Myria: Making Strides in Big Data Management as a Service

By Magdalena  Balazinska,  University of Washington

At the recent SIGMOD 2014 conference, we demonstrated the Myria Big Data Management and Analytics Service.

Myria is a cloud service developed and operated by the University of Washington Database Group and eScience Institute. The Myria design meets requirements from real users and complex workflows, especially in science. Myria provides a unique combination of features:

  • Myria is offered directly as a service: No software installation, no cluster deployment, no virtual machines to worry about.
  • Myria is highly expressive: It understands SQL and Datalog, and also provides a new hybrid declarative/imperative language, MyriaL, that enables the expression of sophisticated analytics using primarily declarative constructs.
  • Myria has an efficient back end: Myria is a parallel, shared-nothing system. Its core design is a combination of state-of-the-art approaches and new algorithms for the optimization and execution of large-scale, possibly iterative queries.

The Myria service is currently deployed in the private cloud of the University of Washington database group. Users access Myria through their Web browsers. They simply point their browsers at the service and they can start to analyze their data.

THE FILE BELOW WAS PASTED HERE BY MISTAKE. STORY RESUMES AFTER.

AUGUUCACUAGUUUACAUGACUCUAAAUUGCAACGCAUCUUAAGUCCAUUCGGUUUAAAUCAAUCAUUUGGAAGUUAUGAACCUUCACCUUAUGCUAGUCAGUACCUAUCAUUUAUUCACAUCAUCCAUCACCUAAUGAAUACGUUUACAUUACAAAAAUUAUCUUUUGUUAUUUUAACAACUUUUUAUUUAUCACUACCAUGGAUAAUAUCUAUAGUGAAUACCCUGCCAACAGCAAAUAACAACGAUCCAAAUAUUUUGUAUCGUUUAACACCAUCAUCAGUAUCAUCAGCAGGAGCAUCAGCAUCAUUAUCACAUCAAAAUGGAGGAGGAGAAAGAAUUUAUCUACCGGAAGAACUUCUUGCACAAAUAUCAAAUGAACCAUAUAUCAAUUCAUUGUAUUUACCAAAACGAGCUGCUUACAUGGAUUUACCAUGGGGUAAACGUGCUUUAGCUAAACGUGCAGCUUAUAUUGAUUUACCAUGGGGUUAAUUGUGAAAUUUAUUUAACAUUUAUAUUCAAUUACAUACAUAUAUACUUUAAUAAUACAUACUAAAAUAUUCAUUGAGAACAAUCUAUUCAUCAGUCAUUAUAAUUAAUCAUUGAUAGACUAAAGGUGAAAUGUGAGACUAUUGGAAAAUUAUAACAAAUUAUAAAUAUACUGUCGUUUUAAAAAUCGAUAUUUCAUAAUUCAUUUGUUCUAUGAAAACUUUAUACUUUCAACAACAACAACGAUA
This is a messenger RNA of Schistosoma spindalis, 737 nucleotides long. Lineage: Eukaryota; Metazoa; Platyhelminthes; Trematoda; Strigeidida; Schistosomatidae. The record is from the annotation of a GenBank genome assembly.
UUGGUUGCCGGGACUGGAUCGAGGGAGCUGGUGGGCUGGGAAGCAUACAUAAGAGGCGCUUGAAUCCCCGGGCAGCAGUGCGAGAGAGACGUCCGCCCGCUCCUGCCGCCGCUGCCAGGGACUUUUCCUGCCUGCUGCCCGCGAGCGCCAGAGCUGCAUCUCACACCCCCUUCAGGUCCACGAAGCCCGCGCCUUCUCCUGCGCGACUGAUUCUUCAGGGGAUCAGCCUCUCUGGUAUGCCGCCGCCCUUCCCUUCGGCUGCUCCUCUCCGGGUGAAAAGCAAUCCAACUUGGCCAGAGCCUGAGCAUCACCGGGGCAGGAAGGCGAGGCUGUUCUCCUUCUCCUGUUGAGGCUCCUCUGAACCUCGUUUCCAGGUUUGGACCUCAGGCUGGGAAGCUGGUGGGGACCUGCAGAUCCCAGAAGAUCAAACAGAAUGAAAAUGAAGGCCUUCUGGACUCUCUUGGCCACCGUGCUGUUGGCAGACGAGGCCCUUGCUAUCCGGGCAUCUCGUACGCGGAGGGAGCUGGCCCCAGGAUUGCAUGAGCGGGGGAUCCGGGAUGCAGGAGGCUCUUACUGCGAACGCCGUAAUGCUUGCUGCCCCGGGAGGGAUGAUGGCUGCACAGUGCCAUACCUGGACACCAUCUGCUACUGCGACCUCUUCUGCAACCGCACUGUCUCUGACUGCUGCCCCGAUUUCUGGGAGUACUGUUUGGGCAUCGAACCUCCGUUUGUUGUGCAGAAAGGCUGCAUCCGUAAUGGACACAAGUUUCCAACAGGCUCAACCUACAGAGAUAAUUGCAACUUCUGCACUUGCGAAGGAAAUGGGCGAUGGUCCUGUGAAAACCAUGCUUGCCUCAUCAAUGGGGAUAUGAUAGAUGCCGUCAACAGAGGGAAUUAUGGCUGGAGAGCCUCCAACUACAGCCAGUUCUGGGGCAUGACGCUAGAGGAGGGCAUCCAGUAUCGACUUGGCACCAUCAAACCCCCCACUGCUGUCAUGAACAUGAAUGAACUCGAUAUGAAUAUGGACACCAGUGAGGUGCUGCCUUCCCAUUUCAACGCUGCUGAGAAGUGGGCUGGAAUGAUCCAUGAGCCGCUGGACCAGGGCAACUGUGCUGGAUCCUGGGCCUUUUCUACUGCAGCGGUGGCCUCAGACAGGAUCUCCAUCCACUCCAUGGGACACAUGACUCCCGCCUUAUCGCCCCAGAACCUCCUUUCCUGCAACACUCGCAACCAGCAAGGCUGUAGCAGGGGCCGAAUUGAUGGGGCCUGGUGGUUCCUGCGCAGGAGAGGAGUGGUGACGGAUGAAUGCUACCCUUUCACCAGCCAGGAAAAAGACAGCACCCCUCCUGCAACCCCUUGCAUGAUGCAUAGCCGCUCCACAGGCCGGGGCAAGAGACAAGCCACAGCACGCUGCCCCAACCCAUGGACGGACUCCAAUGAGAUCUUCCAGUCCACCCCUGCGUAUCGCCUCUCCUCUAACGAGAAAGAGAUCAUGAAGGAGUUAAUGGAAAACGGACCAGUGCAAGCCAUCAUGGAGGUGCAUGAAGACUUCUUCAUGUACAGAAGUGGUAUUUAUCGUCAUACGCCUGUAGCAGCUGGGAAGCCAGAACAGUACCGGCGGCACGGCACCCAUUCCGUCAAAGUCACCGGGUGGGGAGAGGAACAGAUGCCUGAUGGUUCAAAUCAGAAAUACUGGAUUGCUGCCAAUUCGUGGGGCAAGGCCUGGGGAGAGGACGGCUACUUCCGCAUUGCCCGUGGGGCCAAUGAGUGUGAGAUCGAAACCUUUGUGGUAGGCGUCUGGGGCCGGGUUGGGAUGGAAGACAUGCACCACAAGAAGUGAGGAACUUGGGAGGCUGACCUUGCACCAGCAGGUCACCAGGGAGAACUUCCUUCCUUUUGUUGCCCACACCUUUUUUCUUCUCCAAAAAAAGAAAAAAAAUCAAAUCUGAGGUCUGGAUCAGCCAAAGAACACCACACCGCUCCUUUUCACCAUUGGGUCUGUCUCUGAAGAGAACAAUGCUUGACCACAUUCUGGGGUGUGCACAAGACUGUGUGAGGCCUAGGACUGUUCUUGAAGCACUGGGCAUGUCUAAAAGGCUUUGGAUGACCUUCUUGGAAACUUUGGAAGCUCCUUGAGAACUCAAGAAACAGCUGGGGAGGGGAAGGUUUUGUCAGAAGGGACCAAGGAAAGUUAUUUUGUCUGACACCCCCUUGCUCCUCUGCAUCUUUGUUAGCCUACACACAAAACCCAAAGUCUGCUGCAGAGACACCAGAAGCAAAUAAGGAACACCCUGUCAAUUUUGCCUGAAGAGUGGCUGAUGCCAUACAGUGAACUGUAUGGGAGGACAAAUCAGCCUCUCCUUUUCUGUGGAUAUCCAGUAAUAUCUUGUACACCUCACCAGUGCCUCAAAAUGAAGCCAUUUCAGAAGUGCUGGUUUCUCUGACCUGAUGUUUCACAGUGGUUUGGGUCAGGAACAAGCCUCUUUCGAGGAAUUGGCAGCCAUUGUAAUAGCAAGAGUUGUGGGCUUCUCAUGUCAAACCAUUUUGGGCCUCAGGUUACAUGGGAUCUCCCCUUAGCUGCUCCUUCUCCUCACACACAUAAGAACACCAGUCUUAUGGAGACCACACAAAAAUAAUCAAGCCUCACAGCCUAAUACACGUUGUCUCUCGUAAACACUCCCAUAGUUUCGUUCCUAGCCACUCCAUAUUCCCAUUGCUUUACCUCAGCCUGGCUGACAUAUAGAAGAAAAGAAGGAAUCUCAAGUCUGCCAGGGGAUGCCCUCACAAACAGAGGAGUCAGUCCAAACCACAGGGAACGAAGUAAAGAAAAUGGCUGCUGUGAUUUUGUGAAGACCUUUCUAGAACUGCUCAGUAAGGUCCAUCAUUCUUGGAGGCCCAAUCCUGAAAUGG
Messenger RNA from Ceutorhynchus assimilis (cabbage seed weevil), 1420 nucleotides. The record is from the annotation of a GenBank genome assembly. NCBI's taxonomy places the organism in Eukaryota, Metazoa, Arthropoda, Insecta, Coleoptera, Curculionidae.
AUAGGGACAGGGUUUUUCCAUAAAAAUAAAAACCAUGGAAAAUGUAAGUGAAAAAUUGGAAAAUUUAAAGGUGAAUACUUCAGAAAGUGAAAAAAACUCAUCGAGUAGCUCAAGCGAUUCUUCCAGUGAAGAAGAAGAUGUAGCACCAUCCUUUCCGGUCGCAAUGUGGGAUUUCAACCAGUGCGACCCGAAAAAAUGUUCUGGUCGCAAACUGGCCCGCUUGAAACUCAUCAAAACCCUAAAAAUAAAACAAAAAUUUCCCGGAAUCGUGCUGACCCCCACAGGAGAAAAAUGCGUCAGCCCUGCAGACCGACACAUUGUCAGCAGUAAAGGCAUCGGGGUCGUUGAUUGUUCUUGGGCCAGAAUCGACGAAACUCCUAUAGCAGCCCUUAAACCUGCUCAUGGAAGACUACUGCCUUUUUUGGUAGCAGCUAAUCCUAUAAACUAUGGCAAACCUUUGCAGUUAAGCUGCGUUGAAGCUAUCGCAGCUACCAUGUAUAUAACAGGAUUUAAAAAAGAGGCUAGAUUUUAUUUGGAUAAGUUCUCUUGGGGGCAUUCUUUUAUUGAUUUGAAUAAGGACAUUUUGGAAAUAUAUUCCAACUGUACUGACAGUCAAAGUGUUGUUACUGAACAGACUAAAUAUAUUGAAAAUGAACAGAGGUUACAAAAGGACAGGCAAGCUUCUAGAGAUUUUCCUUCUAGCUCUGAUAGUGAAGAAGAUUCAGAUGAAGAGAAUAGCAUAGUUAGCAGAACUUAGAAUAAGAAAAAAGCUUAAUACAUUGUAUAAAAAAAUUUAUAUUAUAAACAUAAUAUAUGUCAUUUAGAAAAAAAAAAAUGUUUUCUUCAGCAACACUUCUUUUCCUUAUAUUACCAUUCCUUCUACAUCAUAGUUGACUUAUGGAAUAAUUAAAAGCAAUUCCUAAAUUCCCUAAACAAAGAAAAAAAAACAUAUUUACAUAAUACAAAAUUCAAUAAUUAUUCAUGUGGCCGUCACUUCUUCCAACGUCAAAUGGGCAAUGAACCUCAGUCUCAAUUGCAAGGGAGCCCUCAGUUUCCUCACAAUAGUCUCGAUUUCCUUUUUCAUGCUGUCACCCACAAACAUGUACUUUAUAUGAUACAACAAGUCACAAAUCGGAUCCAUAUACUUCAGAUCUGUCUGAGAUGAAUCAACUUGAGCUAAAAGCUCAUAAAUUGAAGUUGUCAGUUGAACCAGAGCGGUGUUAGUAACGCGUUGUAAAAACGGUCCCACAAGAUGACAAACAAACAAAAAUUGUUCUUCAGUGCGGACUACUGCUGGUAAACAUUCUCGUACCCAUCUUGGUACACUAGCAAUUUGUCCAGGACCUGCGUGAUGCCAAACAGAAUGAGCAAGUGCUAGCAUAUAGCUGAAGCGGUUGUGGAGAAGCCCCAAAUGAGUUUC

Users access Myria through their Web browsers. They simply point their browsers at the Myria service and can start analyzing their data. Double-click anywhere in the image for a larger view. (Source: Magdalena Balazinska, University of Washington.)

 

Myria is a layered system (see figure 1 below).

  • The back end is a parallel, shared-nothing query processing engine called MyriaX. MyriaX is a relational engine. Its query plans can be either tree-shaped or they can contain loops. In the case of iterative queries (loops), MyriaX can execute them synchronously or asynchronously.  MyriaX uses PostgreSQL as its main storage subsystem but it can also read data from HDFS, S3, or the local file system on each machine.
  • The MyriaX coordinator exposes a RESTful interface to layers higher up in the Myria stack. We use that interface to build applications directly on top of MyriaX.
  • Most commonly, though, applications do not communicate directly with MyriaX. Instead, they talk to MyriaQ, the web-based query compiler and optimizer. MyriaQ accepts queries written in Datalog, SQL, or our new language MyriaL. It parses and optimizes them. It then outputs MyriaX query plans for execution. MyriaQ can also generate plans for different back ends. We will present MyriaQ and the MyriaL language in more detail in a separate post.


Figure 1: Myria has a layered system architecture comprising a back end (a parallel, shared-nothing query processing engine); a coordinator that exposes a RESTful interface to layers higher up in the Myria stack (enabling applications to be built directly on the back end); and a web-based query compiler and optimizer. (Source: Magdalena Balazinska, University of Washington.)

 

The SIGMOD demonstration showed the fundamental Myria capabilities related to (1) using Myria as a service, (2) expressing various types of analysis in MyriaL, (3) efficiently executing them on the MyriaX back end, and (4) building specialized applications on top of Myria.  The demonstration also focused on several of our research projects. We showed: